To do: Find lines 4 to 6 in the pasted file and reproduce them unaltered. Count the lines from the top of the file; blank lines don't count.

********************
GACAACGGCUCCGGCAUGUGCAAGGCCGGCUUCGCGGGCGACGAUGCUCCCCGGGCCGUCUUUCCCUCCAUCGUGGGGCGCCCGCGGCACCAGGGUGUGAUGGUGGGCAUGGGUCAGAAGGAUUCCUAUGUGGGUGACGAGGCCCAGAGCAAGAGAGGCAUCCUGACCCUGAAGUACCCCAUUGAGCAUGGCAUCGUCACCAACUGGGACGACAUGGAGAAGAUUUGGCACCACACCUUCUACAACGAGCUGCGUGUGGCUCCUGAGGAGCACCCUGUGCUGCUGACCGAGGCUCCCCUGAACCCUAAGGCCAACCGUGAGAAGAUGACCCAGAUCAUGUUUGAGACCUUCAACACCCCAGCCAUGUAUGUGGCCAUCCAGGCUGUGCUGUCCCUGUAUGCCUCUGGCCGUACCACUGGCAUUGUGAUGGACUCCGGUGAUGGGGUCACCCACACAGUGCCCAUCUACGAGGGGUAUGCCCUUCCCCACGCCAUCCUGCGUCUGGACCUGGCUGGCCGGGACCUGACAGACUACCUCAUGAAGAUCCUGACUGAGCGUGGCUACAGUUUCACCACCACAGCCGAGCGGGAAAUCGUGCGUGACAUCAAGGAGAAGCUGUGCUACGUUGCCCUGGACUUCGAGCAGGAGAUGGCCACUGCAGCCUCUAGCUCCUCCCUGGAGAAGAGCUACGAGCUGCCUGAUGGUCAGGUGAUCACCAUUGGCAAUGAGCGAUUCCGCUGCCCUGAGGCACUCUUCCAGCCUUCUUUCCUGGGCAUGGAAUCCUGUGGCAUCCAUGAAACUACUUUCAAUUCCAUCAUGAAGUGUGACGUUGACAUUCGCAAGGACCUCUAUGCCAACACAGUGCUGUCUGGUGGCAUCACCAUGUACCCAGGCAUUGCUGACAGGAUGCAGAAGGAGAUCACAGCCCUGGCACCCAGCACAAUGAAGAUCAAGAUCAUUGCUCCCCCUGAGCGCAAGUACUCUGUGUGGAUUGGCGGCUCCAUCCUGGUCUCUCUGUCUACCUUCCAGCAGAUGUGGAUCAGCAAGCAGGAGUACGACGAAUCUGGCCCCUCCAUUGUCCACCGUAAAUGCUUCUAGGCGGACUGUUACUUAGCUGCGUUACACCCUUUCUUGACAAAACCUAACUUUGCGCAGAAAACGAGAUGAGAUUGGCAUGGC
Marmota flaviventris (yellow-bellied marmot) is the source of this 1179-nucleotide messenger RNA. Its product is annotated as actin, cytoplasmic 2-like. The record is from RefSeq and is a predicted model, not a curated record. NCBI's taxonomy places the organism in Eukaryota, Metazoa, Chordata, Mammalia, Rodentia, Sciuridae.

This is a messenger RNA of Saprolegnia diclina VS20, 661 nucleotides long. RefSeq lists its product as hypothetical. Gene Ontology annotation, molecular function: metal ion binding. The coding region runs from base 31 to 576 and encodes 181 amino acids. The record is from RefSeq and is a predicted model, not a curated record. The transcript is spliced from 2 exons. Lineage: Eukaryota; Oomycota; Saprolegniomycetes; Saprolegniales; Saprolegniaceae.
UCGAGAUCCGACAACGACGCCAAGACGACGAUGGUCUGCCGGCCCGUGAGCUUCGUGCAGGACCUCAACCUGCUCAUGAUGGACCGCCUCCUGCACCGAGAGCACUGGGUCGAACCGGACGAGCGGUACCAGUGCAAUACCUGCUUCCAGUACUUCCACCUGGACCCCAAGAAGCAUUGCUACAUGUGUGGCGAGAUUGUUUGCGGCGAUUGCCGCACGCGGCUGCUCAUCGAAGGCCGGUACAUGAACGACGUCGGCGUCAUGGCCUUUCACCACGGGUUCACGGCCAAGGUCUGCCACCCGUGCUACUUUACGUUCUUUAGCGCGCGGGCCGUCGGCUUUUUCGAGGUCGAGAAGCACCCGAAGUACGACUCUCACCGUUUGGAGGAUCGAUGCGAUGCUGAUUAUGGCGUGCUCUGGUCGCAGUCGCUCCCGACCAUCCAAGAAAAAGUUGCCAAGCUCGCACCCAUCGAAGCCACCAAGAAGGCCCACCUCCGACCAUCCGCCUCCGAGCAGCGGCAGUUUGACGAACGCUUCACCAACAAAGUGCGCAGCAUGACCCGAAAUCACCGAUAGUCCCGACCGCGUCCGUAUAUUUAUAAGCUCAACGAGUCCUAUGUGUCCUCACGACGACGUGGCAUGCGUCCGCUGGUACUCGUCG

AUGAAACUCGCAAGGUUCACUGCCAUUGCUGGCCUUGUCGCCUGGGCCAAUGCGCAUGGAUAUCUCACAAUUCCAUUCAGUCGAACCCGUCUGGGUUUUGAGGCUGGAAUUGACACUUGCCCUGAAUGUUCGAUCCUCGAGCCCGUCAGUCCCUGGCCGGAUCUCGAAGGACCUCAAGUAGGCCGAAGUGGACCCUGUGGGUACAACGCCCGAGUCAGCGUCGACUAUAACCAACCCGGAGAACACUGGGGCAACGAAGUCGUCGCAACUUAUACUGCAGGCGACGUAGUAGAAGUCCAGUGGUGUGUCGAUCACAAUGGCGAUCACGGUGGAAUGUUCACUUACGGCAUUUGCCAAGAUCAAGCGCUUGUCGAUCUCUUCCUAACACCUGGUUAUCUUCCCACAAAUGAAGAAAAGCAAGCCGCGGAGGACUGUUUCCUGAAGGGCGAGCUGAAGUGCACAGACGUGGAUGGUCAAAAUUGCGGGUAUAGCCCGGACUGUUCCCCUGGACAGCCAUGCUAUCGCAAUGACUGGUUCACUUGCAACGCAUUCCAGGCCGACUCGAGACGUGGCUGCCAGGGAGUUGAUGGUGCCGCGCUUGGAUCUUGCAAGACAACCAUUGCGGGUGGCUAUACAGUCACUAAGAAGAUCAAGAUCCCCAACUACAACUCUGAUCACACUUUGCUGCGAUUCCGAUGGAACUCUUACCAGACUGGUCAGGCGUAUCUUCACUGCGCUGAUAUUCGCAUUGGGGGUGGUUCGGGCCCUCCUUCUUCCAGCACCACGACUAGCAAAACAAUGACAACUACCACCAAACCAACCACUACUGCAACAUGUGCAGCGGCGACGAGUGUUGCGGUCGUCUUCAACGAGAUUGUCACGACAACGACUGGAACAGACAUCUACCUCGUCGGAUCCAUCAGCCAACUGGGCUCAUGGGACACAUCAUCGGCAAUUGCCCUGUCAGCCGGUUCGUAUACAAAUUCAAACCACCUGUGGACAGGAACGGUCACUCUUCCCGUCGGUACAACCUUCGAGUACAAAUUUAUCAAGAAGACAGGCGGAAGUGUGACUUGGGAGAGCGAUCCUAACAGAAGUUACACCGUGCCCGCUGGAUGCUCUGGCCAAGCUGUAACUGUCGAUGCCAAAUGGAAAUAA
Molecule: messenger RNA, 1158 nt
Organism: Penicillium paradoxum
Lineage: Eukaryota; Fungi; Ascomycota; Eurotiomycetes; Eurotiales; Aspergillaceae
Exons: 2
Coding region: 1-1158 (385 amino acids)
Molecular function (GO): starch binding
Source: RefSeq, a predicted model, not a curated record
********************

UCGAGAUCCGACAACGACGCCAAGACGACGAUGGUCUGCCGGCCCGUGAGCUUCGUGCAGGACCUCAACCUGCUCAUGAUGGACCGCCUCCUGCACCGAGAGCACUGGGUCGAACCGGACGAGCGGUACCAGUGCAAUACCUGCUUCCAGUACUUCCACCUGGACCCCAAGAAGCAUUGCUACAUGUGUGGCGAGAUUGUUUGCGGCGAUUGCCGCACGCGGCUGCUCAUCGAAGGCCGGUACAUGAACGACGUCGGCGUCAUGGCCUUUCACCACGGGUUCACGGCCAAGGUCUGCCACCCGUGCUACUUUACGUUCUUUAGCGCGCGGGCCGUCGGCUUUUUCGAGGUCGAGAAGCACCCGAAGUACGACUCUCACCGUUUGGAGGAUCGAUGCGAUGCUGAUUAUGGCGUGCUCUGGUCGCAGUCGCUCCCGACCAUCCAAGAAAAAGUUGCCAAGCUCGCACCCAUCGAAGCCACCAAGAAGGCCCACCUCCGACCAUCCGCCUCCGAGCAGCGGCAGUUUGACGAACGCUUCACCAACAAAGUGCGCAGCAUGACCCGAAAUCACCGAUAGUCCCGACCGCGUCCGUAUAUUUAUAAGCUCAACGAGUCCUAUGUGUCCUCACGACGACGUGGCAUGCGUCCGCUGGUACUCGUCG

AUGAAACUCGCAAGGUUCACUGCCAUUGCUGGCCUUGUCGCCUGGGCCAAUGCGCAUGGAUAUCUCACAAUUCCAUUCAGUCGAACCCGUCUGGGUUUUGAGGCUGGAAUUGACACUUGCCCUGAAUGUUCGAUCCUCGAGCCCGUCAGUCCCUGGCCGGAUCUCGAAGGACCUCAAGUAGGCCGAAGUGGACCCUGUGGGUACAACGCCCGAGUCAGCGUCGACUAUAACCAACCCGGAGAACACUGGGGCAACGAAGUCGUCGCAACUUAUACUGCAGGCGACGUAGUAGAAGUCCAGUGGUGUGUCGAUCACAAUGGCGAUCACGGUGGAAUGUUCACUUACGGCAUUUGCCAAGAUCAAGCGCUUGUCGAUCUCUUCCUAACACCUGGUUAUCUUCCCACAAAUGAAGAAAAGCAAGCCGCGGAGGACUGUUUCCUGAAGGGCGAGCUGAAGUGCACAGACGUGGAUGGUCAAAAUUGCGGGUAUAGCCCGGACUGUUCCCCUGGACAGCCAUGCUAUCGCAAUGACUGGUUCACUUGCAACGCAUUCCAGGCCGACUCGAGACGUGGCUGCCAGGGAGUUGAUGGUGCCGCGCUUGGAUCUUGCAAGACAACCAUUGCGGGUGGCUAUACAGUCACUAAGAAGAUCAAGAUCCCCAACUACAACUCUGAUCACACUUUGCUGCGAUUCCGAUGGAACUCUUACCAGACUGGUCAGGCGUAUCUUCACUGCGCUGAUAUUCGCAUUGGGGGUGGUUCGGGCCCUCCUUCUUCCAGCACCACGACUAGCAAAACAAUGACAACUACCACCAAACCAACCACUACUGCAACAUGUGCAGCGGCGACGAGUGUUGCGGUCGUCUUCAACGAGAUUGUCACGACAACGACUGGAACAGACAUCUACCUCGUCGGAUCCAUCAGCCAACUGGGCUCAUGGGACACAUCAUCGGCAAUUGCCCUGUCAGCCGGUUCGUAUACAAAUUCAAACCACCUGUGGACAGGAACGGUCACUCUUCCCGUCGGUACAACCUUCGAGUACAAAUUUAUCAAGAAGACAGGCGGAAGUGUGACUUGGGAGAGCGAUCCUAACAGAAGUUACACCGUGCCCGCUGGAUGCUCUGGCCAAGCUGUAACUGUCGAUGCCAAAUGGAAAUAA
Molecule: messenger RNA, 1158 nt